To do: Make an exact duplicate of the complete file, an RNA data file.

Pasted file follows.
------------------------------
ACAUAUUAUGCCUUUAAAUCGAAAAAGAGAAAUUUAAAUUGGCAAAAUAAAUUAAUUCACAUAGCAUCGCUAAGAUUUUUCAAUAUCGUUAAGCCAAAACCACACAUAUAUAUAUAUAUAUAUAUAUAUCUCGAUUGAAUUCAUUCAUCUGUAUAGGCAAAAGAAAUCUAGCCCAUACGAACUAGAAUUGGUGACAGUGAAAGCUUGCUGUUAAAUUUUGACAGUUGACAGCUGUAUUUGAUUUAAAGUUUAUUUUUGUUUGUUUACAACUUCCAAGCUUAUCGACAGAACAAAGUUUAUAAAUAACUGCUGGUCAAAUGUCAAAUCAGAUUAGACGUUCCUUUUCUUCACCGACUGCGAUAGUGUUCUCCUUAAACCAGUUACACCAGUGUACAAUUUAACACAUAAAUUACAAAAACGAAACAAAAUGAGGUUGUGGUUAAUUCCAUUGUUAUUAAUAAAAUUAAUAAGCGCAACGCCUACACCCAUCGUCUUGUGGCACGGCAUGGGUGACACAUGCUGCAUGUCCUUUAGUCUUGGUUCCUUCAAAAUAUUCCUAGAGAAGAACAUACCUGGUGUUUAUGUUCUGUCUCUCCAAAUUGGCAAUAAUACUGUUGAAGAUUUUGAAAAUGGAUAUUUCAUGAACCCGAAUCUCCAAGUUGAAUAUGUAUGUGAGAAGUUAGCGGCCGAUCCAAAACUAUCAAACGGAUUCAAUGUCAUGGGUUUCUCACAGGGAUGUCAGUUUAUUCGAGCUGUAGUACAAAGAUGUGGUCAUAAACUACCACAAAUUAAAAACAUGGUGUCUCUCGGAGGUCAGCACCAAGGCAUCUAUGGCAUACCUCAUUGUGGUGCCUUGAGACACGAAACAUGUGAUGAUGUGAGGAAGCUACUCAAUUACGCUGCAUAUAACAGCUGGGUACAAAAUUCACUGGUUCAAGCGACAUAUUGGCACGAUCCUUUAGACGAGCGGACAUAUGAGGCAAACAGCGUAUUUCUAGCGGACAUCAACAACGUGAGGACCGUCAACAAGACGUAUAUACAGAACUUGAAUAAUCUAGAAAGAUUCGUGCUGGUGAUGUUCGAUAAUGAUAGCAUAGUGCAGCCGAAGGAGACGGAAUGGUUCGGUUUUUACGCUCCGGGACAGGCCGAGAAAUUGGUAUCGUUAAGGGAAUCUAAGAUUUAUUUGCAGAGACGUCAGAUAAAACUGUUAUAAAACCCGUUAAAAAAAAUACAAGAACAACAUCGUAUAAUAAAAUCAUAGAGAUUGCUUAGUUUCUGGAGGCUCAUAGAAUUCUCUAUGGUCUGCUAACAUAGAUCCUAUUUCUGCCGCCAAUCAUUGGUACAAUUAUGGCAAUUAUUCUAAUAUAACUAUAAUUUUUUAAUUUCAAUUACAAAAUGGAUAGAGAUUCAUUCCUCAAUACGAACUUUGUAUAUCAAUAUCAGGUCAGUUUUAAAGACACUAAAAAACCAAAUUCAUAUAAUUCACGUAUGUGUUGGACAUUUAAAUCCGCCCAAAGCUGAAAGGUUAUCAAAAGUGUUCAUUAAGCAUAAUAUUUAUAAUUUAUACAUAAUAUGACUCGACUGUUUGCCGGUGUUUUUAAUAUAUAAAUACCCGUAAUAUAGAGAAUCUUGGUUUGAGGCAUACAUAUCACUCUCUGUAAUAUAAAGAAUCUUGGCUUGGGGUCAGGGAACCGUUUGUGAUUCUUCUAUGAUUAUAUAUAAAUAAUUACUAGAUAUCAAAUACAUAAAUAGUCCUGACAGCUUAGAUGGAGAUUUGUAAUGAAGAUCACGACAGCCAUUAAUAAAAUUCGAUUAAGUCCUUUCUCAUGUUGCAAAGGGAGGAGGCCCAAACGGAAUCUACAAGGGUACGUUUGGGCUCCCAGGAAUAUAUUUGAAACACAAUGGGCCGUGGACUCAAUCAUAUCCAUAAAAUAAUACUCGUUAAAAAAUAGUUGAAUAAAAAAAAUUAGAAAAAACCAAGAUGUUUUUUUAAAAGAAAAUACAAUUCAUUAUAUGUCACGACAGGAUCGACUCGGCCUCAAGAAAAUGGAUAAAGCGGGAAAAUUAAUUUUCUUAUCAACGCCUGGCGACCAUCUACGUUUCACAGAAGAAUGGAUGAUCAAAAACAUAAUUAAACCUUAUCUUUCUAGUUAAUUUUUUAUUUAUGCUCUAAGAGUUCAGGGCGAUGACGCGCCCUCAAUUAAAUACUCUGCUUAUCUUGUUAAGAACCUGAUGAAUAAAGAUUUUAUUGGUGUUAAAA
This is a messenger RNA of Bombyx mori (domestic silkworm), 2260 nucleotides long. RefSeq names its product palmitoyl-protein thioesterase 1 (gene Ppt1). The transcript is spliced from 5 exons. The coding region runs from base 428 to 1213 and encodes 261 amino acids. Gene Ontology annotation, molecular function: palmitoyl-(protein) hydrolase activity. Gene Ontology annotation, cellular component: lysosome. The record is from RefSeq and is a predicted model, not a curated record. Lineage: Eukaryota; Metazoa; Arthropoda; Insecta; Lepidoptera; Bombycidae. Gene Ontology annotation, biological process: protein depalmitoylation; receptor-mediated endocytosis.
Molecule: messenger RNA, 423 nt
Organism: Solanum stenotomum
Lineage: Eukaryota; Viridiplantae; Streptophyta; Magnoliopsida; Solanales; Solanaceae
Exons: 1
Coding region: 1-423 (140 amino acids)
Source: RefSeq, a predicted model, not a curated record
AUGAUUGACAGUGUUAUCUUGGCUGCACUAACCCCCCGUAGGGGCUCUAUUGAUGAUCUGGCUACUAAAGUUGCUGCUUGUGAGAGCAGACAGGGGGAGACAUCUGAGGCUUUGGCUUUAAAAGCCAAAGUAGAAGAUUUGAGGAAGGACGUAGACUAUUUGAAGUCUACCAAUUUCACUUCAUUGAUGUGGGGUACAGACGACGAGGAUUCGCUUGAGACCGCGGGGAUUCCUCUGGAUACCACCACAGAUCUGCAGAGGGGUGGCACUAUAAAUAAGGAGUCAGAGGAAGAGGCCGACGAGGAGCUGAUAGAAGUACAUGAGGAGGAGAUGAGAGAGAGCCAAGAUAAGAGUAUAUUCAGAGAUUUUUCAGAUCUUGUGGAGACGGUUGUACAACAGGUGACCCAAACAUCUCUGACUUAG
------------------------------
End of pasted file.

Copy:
ACAUAUUAUGCCUUUAAAUCGAAAAAGAGAAAUUUAAAUUGGCAAAAUAAAUUAAUUCACAUAGCAUCGCUAAGAUUUUUCAAUAUCGUUAAGCCAAAACCACACAUAUAUAUAUAUAUAUAUAUAUAUCUCGAUUGAAUUCAUUCAUCUGUAUAGGCAAAAGAAAUCUAGCCCAUACGAACUAGAAUUGGUGACAGUGAAAGCUUGCUGUUAAAUUUUGACAGUUGACAGCUGUAUUUGAUUUAAAGUUUAUUUUUGUUUGUUUACAACUUCCAAGCUUAUCGACAGAACAAAGUUUAUAAAUAACUGCUGGUCAAAUGUCAAAUCAGAUUAGACGUUCCUUUUCUUCACCGACUGCGAUAGUGUUCUCCUUAAACCAGUUACACCAGUGUACAAUUUAACACAUAAAUUACAAAAACGAAACAAAAUGAGGUUGUGGUUAAUUCCAUUGUUAUUAAUAAAAUUAAUAAGCGCAACGCCUACACCCAUCGUCUUGUGGCACGGCAUGGGUGACACAUGCUGCAUGUCCUUUAGUCUUGGUUCCUUCAAAAUAUUCCUAGAGAAGAACAUACCUGGUGUUUAUGUUCUGUCUCUCCAAAUUGGCAAUAAUACUGUUGAAGAUUUUGAAAAUGGAUAUUUCAUGAACCCGAAUCUCCAAGUUGAAUAUGUAUGUGAGAAGUUAGCGGCCGAUCCAAAACUAUCAAACGGAUUCAAUGUCAUGGGUUUCUCACAGGGAUGUCAGUUUAUUCGAGCUGUAGUACAAAGAUGUGGUCAUAAACUACCACAAAUUAAAAACAUGGUGUCUCUCGGAGGUCAGCACCAAGGCAUCUAUGGCAUACCUCAUUGUGGUGCCUUGAGACACGAAACAUGUGAUGAUGUGAGGAAGCUACUCAAUUACGCUGCAUAUAACAGCUGGGUACAAAAUUCACUGGUUCAAGCGACAUAUUGGCACGAUCCUUUAGACGAGCGGACAUAUGAGGCAAACAGCGUAUUUCUAGCGGACAUCAACAACGUGAGGACCGUCAACAAGACGUAUAUACAGAACUUGAAUAAUCUAGAAAGAUUCGUGCUGGUGAUGUUCGAUAAUGAUAGCAUAGUGCAGCCGAAGGAGACGGAAUGGUUCGGUUUUUACGCUCCGGGACAGGCCGAGAAAUUGGUAUCGUUAAGGGAAUCUAAGAUUUAUUUGCAGAGACGUCAGAUAAAACUGUUAUAAAACCCGUUAAAAAAAAUACAAGAACAACAUCGUAUAAUAAAAUCAUAGAGAUUGCUUAGUUUCUGGAGGCUCAUAGAAUUCUCUAUGGUCUGCUAACAUAGAUCCUAUUUCUGCCGCCAAUCAUUGGUACAAUUAUGGCAAUUAUUCUAAUAUAACUAUAAUUUUUUAAUUUCAAUUACAAAAUGGAUAGAGAUUCAUUCCUCAAUACGAACUUUGUAUAUCAAUAUCAGGUCAGUUUUAAAGACACUAAAAAACCAAAUUCAUAUAAUUCACGUAUGUGUUGGACAUUUAAAUCCGCCCAAAGCUGAAAGGUUAUCAAAAGUGUUCAUUAAGCAUAAUAUUUAUAAUUUAUACAUAAUAUGACUCGACUGUUUGCCGGUGUUUUUAAUAUAUAAAUACCCGUAAUAUAGAGAAUCUUGGUUUGAGGCAUACAUAUCACUCUCUGUAAUAUAAAGAAUCUUGGCUUGGGGUCAGGGAACCGUUUGUGAUUCUUCUAUGAUUAUAUAUAAAUAAUUACUAGAUAUCAAAUACAUAAAUAGUCCUGACAGCUUAGAUGGAGAUUUGUAAUGAAGAUCACGACAGCCAUUAAUAAAAUUCGAUUAAGUCCUUUCUCAUGUUGCAAAGGGAGGAGGCCCAAACGGAAUCUACAAGGGUACGUUUGGGCUCCCAGGAAUAUAUUUGAAACACAAUGGGCCGUGGACUCAAUCAUAUCCAUAAAAUAAUACUCGUUAAAAAAUAGUUGAAUAAAAAAAAUUAGAAAAAACCAAGAUGUUUUUUUAAAAGAAAAUACAAUUCAUUAUAUGUCACGACAGGAUCGACUCGGCCUCAAGAAAAUGGAUAAAGCGGGAAAAUUAAUUUUCUUAUCAACGCCUGGCGACCAUCUACGUUUCACAGAAGAAUGGAUGAUCAAAAACAUAAUUAAACCUUAUCUUUCUAGUUAAUUUUUUAUUUAUGCUCUAAGAGUUCAGGGCGAUGACGCGCCCUCAAUUAAAUACUCUGCUUAUCUUGUUAAGAACCUGAUGAAUAAAGAUUUUAUUGGUGUUAAAA
This is a messenger RNA of Bombyx mori (domestic silkworm), 2260 nucleotides long. RefSeq names its product palmitoyl-protein thioesterase 1 (gene Ppt1). The transcript is spliced from 5 exons. The coding region runs from base 428 to 1213 and encodes 261 amino acids. Gene Ontology annotation, molecular function: palmitoyl-(protein) hydrolase activity. Gene Ontology annotation, cellular component: lysosome. The record is from RefSeq and is a predicted model, not a curated record. Lineage: Eukaryota; Metazoa; Arthropoda; Insecta; Lepidoptera; Bombycidae. Gene Ontology annotation, biological process: protein depalmitoylation; receptor-mediated endocytosis.
Molecule: messenger RNA, 423 nt
Organism: Solanum stenotomum
Lineage: Eukaryota; Viridiplantae; Streptophyta; Magnoliopsida; Solanales; Solanaceae
Exons: 1
Coding region: 1-423 (140 amino acids)
Source: RefSeq, a predicted model, not a curated record
AUGAUUGACAGUGUUAUCUUGGCUGCACUAACCCCCCGUAGGGGCUCUAUUGAUGAUCUGGCUACUAAAGUUGCUGCUUGUGAGAGCAGACAGGGGGAGACAUCUGAGGCUUUGGCUUUAAAAGCCAAAGUAGAAGAUUUGAGGAAGGACGUAGACUAUUUGAAGUCUACCAAUUUCACUUCAUUGAUGUGGGGUACAGACGACGAGGAUUCGCUUGAGACCGCGGGGAUUCCUCUGGAUACCACCACAGAUCUGCAGAGGGGUGGCACUAUAAAUAAGGAGUCAGAGGAAGAGGCCGACGAGGAGCUGAUAGAAGUACAUGAGGAGGAGAUGAGAGAGAGCCAAGAUAAGAGUAUAUUCAGAGAUUUUUCAGAUCUUGUGGAGACGGUUGUACAACAGGUGACCCAAACAUCUCUGACUUAG